Identify leaders and under-performers in the flock

Allflex ear tags sort out the good sheep from under-performers

Advertising Features
Aa

Flock averages such as weight, fibre diameter and reproductive traits are data sets commonly recorded by producers, however being able to drill down further to individual variations can take operations to a new level, which only individual identification can provide.

Aa
Image: Pooginook Merino and Poll Stud.

Image: Pooginook Merino and Poll Stud.

This is branded content for Allflex.

Flock averages such as weight, fibre diameter and reproductive traits are data sets commonly recorded by producers, however being able to drill down further to individual variations can take operations to a new level, which only individual identification can provide.

Victorian sheep farmer and Allflex territory sales manager Jack Briscoe, who runs a self-replacing Merino flock on the outskirts of Geelong, Victoria, said: "Keeping an entire age group for the lifetime under the same criteria can be costly if they're underperforming.

With EID the best performing individuals can be retained and this can have significant changes on the flock's performance. - Jack Briscoe

"With electronic identification the best performing individuals can be retained and this can have significant changes on the flock's performance."

$4.12 return for every dollar invested

Not only can it be costly to retain the under-performers in a flock, which can bring the average down, identifying and retaining the top performers can increase returns.

According to a study published in 2019 by Meat and Livestock Australia, electronic identification (EID) provides a 35 per cent return on investment.**

The study showed an average cost benefit of $4.12 return for every dollar invested "by using EID to improve breeding and selection decisions across Merino and crossbred/composite type enterprises."

Start small for big insights

Jack said there's a perception that sheep EID requires a large outlay and investment, or it's too hard to record.

In his opinion, this couldn't be further from the truth.

"For a simple set-up and low-cost spend, you can get a clear idea of who your top and worst performers, which is worth the investment," Jack said.

Belinda Steers, livestock data specialist, who has collated data for studs across Australia for almost 20 years agrees.

"For producers who are thinking about moving from visual management tags to EID and don't know where to start or think there needs to be a big outlay, I'd say to them it doesn't have to be a huge outlay to begin.

"Start simple. Get yourself a stick reader such as the Allflex RS420, attach EIDs to your flock such as the Allflex RapID tags, download the data onto your computer into the Excel spreadsheet.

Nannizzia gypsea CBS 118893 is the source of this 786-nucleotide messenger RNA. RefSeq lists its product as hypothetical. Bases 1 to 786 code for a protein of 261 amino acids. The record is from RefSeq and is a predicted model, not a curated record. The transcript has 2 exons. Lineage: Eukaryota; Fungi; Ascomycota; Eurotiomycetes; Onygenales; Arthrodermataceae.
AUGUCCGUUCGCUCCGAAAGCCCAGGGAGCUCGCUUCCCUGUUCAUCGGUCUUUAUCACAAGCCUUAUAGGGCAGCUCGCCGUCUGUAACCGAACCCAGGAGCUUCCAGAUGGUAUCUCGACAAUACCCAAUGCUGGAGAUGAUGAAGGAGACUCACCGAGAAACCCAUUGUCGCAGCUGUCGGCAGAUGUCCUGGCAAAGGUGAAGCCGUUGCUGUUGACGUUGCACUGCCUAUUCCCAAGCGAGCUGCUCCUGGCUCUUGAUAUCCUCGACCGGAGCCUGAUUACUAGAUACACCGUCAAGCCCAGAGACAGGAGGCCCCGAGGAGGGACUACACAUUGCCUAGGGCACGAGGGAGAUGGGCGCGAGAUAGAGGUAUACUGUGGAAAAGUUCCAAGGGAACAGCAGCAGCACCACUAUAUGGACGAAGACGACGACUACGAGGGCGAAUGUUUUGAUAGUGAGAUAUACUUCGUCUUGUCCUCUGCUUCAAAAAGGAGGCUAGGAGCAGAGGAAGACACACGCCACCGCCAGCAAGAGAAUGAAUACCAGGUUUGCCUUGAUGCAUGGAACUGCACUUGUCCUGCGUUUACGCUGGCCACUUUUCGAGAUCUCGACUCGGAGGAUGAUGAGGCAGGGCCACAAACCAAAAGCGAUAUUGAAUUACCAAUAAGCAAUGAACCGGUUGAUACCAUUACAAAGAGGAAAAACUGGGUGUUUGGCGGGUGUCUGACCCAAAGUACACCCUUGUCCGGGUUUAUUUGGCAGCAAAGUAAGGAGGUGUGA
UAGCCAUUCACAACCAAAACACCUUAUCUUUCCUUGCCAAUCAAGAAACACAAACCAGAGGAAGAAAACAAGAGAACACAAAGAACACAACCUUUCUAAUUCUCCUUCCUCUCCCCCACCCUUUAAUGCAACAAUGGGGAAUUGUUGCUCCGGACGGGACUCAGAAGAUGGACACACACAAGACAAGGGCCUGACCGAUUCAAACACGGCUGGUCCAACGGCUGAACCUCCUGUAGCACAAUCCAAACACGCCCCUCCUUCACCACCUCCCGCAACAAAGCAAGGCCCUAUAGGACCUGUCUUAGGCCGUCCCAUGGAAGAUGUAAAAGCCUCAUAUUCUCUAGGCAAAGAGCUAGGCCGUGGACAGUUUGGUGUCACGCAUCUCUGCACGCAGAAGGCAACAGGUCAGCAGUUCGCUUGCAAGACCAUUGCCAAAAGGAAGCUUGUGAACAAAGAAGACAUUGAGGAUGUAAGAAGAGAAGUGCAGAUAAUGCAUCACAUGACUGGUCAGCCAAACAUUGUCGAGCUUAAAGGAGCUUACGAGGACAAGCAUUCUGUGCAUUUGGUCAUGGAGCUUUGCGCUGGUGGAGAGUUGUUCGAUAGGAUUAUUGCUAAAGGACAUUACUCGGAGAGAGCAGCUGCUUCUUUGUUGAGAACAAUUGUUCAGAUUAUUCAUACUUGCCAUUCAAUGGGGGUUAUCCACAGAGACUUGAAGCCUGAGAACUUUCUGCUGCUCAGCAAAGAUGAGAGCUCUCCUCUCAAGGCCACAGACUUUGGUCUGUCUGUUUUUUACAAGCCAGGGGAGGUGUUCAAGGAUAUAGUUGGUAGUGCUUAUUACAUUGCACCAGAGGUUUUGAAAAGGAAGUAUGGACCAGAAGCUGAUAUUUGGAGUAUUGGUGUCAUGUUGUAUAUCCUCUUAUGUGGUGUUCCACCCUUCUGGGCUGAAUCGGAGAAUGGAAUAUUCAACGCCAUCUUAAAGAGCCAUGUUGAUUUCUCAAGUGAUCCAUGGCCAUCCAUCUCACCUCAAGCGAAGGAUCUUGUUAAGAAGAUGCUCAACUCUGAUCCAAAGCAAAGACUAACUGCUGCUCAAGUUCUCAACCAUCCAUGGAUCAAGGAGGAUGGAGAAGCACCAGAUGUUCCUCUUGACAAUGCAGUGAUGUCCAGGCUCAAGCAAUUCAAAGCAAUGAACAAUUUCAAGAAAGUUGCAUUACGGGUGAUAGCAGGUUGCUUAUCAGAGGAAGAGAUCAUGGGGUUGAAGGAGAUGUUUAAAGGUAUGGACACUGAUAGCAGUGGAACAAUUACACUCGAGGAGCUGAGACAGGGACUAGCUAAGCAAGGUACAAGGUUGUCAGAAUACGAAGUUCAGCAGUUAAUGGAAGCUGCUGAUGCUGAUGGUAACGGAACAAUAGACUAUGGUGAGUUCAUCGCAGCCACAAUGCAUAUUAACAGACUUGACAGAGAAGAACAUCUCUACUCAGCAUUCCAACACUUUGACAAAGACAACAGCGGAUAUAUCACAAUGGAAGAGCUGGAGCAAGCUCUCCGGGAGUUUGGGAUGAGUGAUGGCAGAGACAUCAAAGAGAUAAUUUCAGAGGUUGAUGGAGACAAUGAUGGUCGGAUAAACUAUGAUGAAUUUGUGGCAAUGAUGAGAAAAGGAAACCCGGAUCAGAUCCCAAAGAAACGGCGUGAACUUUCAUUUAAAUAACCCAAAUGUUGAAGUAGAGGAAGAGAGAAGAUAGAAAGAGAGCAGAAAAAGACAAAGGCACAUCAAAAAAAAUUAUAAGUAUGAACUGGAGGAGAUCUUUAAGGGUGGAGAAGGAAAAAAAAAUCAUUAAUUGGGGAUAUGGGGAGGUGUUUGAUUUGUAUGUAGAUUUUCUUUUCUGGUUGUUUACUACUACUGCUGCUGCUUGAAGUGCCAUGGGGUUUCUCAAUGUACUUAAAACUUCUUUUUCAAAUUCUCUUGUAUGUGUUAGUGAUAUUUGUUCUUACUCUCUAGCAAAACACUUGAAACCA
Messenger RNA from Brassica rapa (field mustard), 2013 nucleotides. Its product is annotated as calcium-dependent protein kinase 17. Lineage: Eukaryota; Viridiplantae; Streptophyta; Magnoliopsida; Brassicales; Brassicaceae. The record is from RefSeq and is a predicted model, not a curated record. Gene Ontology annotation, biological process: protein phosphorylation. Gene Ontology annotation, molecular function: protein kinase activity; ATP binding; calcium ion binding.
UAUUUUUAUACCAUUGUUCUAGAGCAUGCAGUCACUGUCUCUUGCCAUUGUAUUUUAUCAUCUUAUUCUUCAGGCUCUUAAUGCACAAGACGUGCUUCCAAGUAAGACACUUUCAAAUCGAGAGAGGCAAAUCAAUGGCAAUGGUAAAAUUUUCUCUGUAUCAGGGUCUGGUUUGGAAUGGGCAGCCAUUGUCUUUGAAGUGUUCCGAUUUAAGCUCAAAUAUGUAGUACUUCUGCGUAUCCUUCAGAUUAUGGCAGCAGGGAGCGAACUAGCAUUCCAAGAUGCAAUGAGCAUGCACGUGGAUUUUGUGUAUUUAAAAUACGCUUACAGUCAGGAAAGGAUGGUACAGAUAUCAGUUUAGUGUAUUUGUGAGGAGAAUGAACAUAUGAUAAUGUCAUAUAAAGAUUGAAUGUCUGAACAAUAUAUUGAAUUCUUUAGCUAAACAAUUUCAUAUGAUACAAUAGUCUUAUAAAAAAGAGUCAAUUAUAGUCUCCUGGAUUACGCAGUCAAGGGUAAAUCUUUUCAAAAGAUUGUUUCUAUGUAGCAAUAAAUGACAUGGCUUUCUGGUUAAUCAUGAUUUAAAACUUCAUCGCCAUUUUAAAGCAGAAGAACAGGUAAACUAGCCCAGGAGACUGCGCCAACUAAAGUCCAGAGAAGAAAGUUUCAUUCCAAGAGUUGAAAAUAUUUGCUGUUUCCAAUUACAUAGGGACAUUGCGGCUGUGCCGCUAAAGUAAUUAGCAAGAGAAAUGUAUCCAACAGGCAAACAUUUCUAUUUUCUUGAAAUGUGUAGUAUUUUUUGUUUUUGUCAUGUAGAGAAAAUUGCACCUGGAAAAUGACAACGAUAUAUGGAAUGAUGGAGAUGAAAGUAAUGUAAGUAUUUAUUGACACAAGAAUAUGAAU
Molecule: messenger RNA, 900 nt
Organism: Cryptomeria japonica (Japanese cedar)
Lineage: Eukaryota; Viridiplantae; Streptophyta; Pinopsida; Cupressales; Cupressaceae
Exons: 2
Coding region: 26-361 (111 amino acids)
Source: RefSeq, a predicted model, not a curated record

"The reader will help reduce transcription errors and save time and labour in the yards and increase your accuracy. Back in the office, choose one or two measurements that will help you improve production, such as pregnancy status, weaning weights, breeding weights or growth rates.

"Record the measurement to the individual's EID to identify the superior performers and form the basis of your breeding future," Belinda said.

The Autosteer for flock management

When asked about EID use in the industry Jack said: "More and more producers are jumping on board with sheep EID as they see it helping their on-farm management.

"I liken it to how autosteering tractors in the cropping industry were, back in the day, a far-fetched idea, but are now a necessity for many running a profitable cropping operation.

"Allflex's sheep EID is the autosteer for flock management."

Lifting the average in sheep flocks

Rick Robertson, who along with wife Jenny runs Gracemere Merinos in Bengworden, south east Victoria, and The Weekly Times/Coles 2020 farmer of the Year nominee said on the value of EID for his operation: "I have been using Allflex Sheep Rapid Tag EIDs for about a year.

"I use the Allflex Sheep RapidTag EIDs for recording individual data such as fleece weights, micron and fleece data.

"I can look up the data on each individual ram and see if it was from a twin or single bearing ewe and sire to determine which animals are more likely to throw these characteristics in their offspring.

"The data can be given to the buyers to help support their ram selection alongside the wool tests or visual assessments to lift the average performance of their mobs," he said.

Still the tag of choice for Aussie sheep producers

Based on 2020 NLIS market share data, Allflex electronic sheep tags are the tags of choice for Aussie Sheep producers.

Allflex Australia business unit lead Jane Parker said this position is achieved because the company continues to evolve and meet producers' needs.

"Building on our proven and trusted experience identifying and monitoring livestock worldwide for over 65 years, we continue to innovate our design, development, manufacture and delivery of animal identification, monitoring and farm management solutions to put intelligent, actionable management data into the farmer's hands," Jane said.

She said sheep EID is becoming a popular farm management tool for sheep producers outside of the mandated scheme in Victoria.

"More and more producers are seeing the benefits of switching from visual management tags to EID tags to easily and accurately collect individual data across their flocks and make better farm management decisions."

  • ** Project code: L.LSM.0011, prepared by Hamish Dickson, AgriPartner Consulting Pty Ltd, published May 10, 2019.

The story Identify leaders and under-performers in the flock first appeared on Stock & Land.

Aa